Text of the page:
40 years ago, the introduction of the Equal Pay Act heralded a new period of gender equality in the boardroom. Although changes have undoubtedly occurred, with not only more women working in the financial sector than ever before, but with programmes put in place by banks to ensure a positive working environment is created for both men and women, gender equality remains a hotly debated and relevant issue.
So what do the numbers say? According to our latest figures, although the pay between men and women in Investment Banking and Markets is broadly similar, men are still, on average, paid more than their female colleagues.
These base salaries from top banks around the city, entered confidentially into our database, suggest that while women may (on average) earn the same as men for their starting salaries, and those who make it to MD level will, too, be earning equal pay, there is a significant gap between male and female salaries during the intermittent years of climbing the corporate ladder.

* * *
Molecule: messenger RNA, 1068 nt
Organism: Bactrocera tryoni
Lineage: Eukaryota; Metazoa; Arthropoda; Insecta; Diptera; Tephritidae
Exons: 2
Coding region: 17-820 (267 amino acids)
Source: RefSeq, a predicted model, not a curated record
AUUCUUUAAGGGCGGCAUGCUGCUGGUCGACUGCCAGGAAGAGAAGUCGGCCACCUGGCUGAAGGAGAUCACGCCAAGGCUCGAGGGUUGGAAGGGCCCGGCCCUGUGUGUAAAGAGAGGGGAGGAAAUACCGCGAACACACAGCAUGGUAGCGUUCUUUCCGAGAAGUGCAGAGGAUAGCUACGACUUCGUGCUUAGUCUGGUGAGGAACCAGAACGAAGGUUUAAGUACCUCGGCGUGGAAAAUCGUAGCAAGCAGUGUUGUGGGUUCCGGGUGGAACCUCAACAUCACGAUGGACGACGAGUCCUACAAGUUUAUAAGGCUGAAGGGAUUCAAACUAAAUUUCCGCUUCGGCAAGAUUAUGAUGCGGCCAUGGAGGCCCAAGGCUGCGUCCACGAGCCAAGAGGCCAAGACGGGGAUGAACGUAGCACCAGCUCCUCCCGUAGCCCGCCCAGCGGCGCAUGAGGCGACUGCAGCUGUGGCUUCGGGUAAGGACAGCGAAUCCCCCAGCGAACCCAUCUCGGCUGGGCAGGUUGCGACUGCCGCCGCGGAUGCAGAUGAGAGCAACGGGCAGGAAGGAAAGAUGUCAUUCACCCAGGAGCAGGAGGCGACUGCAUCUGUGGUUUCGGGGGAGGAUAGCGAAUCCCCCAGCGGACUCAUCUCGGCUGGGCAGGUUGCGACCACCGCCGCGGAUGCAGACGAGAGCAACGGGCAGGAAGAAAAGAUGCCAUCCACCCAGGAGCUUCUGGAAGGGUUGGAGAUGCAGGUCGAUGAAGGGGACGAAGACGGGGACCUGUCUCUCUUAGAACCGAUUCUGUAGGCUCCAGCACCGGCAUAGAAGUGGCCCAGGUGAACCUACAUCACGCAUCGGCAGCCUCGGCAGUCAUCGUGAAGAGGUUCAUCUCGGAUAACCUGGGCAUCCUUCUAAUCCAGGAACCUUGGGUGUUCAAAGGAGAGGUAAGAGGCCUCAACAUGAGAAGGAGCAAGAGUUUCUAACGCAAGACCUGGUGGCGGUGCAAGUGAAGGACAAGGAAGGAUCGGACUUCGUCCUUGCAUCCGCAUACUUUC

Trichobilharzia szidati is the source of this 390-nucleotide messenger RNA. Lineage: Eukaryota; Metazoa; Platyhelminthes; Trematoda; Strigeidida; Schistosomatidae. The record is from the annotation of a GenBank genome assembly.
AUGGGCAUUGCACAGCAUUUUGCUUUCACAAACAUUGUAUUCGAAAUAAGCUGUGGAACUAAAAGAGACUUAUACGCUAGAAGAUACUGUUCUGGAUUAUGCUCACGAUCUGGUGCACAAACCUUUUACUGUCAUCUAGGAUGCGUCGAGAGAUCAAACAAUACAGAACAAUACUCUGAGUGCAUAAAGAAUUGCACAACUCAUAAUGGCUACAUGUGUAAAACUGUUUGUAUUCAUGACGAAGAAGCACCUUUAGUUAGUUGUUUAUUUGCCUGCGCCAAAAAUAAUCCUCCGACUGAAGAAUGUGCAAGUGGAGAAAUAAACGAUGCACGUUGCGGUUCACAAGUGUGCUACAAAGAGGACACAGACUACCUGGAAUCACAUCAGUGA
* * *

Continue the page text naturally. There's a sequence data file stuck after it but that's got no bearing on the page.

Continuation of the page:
What proves to be more revealing, however, is a look at the bonuses earned by city workers in Investment Banking and Markets, where there is a significant pay gap between men and women across the board as from Associate stage.
These numbers are medians, meaning that 50% of the bonuses will be less than those shown above, making the data less likely to be skewed by one or two particularly generous bonuses. This could arguably suggest that banks are more invested in their male employees as a whole, perhaps thinking that they are more likely to stick around and climb to MD level given the right incentive. What does this suggest about today's status of gender equality in the finance industry? While banks strive to show their dedication to the issue of sexual discrimination, figures point to the fact that it may continue to be relevant.
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